Realizing that the cost of virtual-reality game systems is out of reach for many people, a Seattle couple opened a 10-booth VR game arcade in Ballard that lets gamers experience virtual reality by the hour.
High in the air — balancing on a narrow, wooden plank — you can look down at the city far below. One misstep, and you’ll plummet to the street.
Except you’ll really just land a couple inches off the plank, which stretches out in the corner of Ballard’s newest arcade, one that comes with a twist. The optical illusion is part of a virtual-reality game you can play at Portal, a VR arcade.
No pinball machines or Big Buck Hunter grace this arcade — instead the open-space building on Northwest Market Street has 10 booths with plush, padded walls. A monitor outside each shows the games taking place within a headset in each booth.
Virtual reality burst onto the scene in a big way last year when Facebook’s Oculus and HTC’s Vive launched the first wide release of their VR headsets. Several iterations from other companies followed, including quite a few that make use of a viewer’s cellphone as the primary computer. Cellphone VR is much cheaper but also less powerful and less immersive.
The power of a Vive or Oculus — which makes it feel as if you are actually part of the digital environment — is out of reach for many people because of the price. The Vive costs $799 and the Oculus Rift $598, and that doesn’t even include the powerful computer that drives them. That can set you back at least another $1,000.
That’s where the Haraders come in. As soon as Tim Harader experienced virtual reality for the first time, using a Vive at a gaming conference last September, he knew it was going to catch on.
“I was just blown away,” he said.
But he also quickly realized that many people wouldn’t be able to buy the technology — price is a deterrent, as is space. VR headsets often require you to block off a large amount of square footage as the playing field.
Tim Harader compares it to the introduction of 3D video. Not many people have invested in 3D televisions, but they happily don 3D glasses at movie theaters. VR will be the same way, he figures. People are interested in the new technology but need a place to come together and play. He and his wife leased the space in Ballard in January and bought 11 HTC Vive headsets, along with powerful computers to operate them. The space is somewhat sparse: a lounge with comfy couches and chairs, a snack bar that sells chips and beer, and the padded booths.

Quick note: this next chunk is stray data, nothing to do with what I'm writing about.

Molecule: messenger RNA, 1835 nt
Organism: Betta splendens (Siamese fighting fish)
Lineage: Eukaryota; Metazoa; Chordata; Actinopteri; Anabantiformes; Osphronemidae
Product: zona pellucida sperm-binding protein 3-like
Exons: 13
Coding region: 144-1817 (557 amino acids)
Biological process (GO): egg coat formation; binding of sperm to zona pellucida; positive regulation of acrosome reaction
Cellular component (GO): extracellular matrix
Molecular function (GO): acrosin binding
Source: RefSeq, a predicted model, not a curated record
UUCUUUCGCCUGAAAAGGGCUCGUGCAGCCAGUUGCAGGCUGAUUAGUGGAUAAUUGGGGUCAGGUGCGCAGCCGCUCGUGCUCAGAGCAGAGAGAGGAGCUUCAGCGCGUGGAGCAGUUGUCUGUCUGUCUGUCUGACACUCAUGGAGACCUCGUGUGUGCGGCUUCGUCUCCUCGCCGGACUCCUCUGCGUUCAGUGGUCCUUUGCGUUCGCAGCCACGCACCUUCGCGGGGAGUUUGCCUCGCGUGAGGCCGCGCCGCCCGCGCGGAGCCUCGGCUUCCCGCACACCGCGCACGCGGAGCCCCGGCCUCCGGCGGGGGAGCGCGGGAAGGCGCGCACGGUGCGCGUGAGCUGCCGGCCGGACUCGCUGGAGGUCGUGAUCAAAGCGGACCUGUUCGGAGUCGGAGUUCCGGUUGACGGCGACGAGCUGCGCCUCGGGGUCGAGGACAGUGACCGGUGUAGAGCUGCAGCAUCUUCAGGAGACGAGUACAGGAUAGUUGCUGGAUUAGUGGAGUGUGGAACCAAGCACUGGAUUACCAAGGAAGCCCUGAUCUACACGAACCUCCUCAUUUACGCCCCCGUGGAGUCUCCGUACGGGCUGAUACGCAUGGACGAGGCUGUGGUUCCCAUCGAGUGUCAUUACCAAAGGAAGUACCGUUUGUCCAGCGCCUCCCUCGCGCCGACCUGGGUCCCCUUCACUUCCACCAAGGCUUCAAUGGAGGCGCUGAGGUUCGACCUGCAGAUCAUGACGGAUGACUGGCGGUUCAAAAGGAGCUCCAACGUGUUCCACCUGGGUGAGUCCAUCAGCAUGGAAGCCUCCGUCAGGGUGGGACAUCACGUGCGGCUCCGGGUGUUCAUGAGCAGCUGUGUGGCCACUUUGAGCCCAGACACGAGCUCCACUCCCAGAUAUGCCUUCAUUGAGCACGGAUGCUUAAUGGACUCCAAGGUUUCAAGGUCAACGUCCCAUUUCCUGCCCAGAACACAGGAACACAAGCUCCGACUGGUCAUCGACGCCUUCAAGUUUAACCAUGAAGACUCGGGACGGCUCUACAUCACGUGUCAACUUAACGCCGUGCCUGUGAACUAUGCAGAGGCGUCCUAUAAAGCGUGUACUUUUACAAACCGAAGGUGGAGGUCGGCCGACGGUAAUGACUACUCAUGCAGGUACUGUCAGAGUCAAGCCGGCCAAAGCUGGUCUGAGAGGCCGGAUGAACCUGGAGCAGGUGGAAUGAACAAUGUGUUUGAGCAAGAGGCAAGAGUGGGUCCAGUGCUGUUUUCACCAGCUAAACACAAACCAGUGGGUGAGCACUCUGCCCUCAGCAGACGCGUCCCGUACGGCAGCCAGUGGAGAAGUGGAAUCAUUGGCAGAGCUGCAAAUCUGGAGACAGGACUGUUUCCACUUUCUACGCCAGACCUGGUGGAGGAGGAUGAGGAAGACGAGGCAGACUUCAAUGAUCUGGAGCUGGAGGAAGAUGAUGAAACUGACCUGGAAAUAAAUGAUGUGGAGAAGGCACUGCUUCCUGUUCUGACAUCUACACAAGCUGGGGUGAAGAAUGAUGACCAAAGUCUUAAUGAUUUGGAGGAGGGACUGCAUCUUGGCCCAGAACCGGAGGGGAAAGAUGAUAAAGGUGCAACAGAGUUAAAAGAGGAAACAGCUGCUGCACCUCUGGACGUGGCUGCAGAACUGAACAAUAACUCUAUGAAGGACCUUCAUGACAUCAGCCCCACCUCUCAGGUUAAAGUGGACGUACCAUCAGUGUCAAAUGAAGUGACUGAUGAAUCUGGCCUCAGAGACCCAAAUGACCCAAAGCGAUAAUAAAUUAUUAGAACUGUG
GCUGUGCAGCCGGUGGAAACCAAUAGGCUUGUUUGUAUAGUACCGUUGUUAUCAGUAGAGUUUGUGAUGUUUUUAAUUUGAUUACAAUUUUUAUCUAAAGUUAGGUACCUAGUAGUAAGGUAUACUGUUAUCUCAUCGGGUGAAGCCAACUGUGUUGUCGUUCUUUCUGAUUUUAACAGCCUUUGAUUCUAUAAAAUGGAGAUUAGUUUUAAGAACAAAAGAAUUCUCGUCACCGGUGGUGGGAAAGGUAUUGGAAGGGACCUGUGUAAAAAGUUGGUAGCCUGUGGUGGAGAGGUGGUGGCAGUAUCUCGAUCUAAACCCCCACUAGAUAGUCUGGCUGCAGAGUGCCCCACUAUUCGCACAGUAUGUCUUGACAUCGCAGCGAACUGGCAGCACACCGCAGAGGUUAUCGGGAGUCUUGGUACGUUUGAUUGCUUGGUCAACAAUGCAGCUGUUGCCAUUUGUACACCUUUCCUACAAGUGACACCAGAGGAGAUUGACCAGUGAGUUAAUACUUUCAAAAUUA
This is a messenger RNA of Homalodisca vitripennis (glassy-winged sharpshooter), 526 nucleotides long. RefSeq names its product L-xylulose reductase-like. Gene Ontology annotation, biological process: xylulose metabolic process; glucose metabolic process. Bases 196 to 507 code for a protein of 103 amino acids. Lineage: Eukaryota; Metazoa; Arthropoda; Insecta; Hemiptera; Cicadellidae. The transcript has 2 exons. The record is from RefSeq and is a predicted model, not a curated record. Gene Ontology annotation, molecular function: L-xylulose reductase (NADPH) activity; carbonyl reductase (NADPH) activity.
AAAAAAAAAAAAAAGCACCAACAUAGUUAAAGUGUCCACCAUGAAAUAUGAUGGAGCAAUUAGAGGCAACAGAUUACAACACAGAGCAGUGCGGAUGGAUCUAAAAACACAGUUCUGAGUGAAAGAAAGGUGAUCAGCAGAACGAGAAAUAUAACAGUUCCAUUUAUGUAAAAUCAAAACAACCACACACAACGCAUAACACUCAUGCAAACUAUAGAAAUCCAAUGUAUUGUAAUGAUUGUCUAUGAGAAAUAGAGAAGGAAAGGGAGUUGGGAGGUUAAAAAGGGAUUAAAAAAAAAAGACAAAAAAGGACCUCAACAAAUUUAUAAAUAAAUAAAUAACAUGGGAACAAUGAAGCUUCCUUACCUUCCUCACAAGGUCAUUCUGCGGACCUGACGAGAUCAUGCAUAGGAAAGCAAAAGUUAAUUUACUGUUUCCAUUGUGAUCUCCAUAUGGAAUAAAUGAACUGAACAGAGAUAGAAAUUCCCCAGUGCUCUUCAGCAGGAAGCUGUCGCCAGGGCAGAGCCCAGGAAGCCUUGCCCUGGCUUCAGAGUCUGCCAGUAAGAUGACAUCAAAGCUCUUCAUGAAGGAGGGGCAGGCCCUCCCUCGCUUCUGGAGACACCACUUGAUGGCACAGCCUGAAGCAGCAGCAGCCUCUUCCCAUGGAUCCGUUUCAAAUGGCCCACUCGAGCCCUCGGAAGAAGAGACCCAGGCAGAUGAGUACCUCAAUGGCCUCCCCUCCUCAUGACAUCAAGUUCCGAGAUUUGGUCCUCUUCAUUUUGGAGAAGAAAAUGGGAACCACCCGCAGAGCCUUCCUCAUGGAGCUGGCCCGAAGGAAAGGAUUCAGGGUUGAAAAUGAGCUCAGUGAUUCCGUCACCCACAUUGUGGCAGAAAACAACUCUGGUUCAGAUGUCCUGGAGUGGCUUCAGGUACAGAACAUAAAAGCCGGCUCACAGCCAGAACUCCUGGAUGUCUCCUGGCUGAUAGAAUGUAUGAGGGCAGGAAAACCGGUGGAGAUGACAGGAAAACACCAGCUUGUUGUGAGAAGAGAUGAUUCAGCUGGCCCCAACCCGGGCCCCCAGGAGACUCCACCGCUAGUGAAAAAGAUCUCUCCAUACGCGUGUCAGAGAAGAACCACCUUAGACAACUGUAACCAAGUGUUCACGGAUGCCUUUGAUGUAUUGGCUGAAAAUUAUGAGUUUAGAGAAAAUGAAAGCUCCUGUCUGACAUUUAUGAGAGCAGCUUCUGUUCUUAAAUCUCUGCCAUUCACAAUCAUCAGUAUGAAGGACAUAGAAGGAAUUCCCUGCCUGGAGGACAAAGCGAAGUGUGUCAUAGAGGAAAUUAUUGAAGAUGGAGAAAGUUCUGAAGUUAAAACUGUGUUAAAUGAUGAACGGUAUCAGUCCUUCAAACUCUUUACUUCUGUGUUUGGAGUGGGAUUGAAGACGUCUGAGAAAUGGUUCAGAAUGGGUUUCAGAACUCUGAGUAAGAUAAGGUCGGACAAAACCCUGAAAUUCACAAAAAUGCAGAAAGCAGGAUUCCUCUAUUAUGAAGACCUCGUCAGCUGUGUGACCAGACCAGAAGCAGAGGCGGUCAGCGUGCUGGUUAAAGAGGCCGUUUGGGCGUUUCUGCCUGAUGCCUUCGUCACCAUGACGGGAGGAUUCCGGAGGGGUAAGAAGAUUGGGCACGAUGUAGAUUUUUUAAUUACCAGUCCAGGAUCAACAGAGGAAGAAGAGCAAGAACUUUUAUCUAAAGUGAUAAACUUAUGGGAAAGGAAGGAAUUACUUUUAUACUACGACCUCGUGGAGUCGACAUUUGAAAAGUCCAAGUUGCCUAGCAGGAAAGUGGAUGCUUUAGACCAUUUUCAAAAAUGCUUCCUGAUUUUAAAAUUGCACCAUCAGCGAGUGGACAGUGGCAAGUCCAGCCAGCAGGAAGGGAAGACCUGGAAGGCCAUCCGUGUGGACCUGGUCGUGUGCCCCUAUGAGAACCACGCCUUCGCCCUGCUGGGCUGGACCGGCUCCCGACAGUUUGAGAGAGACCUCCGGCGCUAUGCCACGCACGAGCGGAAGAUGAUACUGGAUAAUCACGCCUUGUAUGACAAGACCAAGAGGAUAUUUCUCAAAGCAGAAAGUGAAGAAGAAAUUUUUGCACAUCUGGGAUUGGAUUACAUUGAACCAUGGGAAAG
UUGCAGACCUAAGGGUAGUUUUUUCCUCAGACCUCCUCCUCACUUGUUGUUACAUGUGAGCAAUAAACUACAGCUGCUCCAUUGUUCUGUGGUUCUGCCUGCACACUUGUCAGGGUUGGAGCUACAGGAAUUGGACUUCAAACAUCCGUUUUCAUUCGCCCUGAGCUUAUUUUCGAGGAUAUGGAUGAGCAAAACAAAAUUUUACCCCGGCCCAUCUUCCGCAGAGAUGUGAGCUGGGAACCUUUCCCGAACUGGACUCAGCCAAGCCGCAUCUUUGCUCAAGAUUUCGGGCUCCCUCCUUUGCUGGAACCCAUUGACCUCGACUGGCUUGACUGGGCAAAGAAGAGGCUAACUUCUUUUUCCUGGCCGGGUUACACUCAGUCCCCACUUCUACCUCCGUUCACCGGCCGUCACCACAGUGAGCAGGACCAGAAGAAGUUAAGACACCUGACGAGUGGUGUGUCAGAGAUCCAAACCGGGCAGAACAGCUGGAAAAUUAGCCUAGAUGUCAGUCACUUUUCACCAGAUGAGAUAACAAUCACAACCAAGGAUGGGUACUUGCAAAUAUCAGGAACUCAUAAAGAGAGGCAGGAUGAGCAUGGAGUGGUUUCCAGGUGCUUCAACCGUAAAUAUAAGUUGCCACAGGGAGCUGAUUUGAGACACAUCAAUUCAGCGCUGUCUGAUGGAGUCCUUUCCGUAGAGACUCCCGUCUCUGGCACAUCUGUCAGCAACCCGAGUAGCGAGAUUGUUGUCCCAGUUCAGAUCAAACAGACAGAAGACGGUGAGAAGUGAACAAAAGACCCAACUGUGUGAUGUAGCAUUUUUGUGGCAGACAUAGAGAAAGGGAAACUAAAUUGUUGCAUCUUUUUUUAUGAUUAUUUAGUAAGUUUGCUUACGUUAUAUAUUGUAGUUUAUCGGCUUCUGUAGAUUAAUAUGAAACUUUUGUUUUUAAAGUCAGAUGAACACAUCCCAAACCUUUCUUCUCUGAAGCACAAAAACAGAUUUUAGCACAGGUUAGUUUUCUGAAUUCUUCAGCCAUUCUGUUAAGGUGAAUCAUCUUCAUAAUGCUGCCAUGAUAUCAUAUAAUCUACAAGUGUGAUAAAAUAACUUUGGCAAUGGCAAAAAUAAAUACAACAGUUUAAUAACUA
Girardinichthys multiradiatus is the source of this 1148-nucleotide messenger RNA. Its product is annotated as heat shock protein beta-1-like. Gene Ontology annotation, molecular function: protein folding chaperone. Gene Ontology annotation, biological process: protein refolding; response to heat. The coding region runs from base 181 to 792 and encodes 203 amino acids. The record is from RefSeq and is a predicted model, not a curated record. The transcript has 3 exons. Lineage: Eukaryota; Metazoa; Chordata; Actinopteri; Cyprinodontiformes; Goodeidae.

It’s the virtual world at the arcade that’s more dramatic. Inside the booths, players have a 360-degree view of a different world as soon as the headset is turned on. The booth padding has already come in handy. One of the most popular games in the arcade is called “Drunkn Bar Fight,” and people have often hit the soft padding while taking a swing at other virtual bar patrons.
Players also enjoy “Elven Assassin,” a game where you shoot orcs with bows and arrows; “Smashbox Arena” which is a bit like futuristic dodgeball; and Google Earth, which isn’t a game but lets you explore places around the world from a bird’s-eye view.
The Haraders expected the arcade to be popular among teenagers when it opened April 1, and it has been, but the largest group of visitors has been people in their 20s and 30s. People in their 50s and 60s have checked out the space as well, Harader said, and it’s becoming a popular spot for birthday parties. Players will often come in groups and cheer each other on, congregating around the booths to watch friends wear the bulky headsets and react to unseen obstacles.
“We recognized VR is also a spectator activity,” Tim Harader said. “It’s hilarious.”
The arcade is the first of its kind in the city, and the Haraders had difficulty finding anything similar closer than Toronto.
Portal charges $19.95 to play for 30 minutes (after you complete a 10-minute tutorial), or $29.95 for an hour.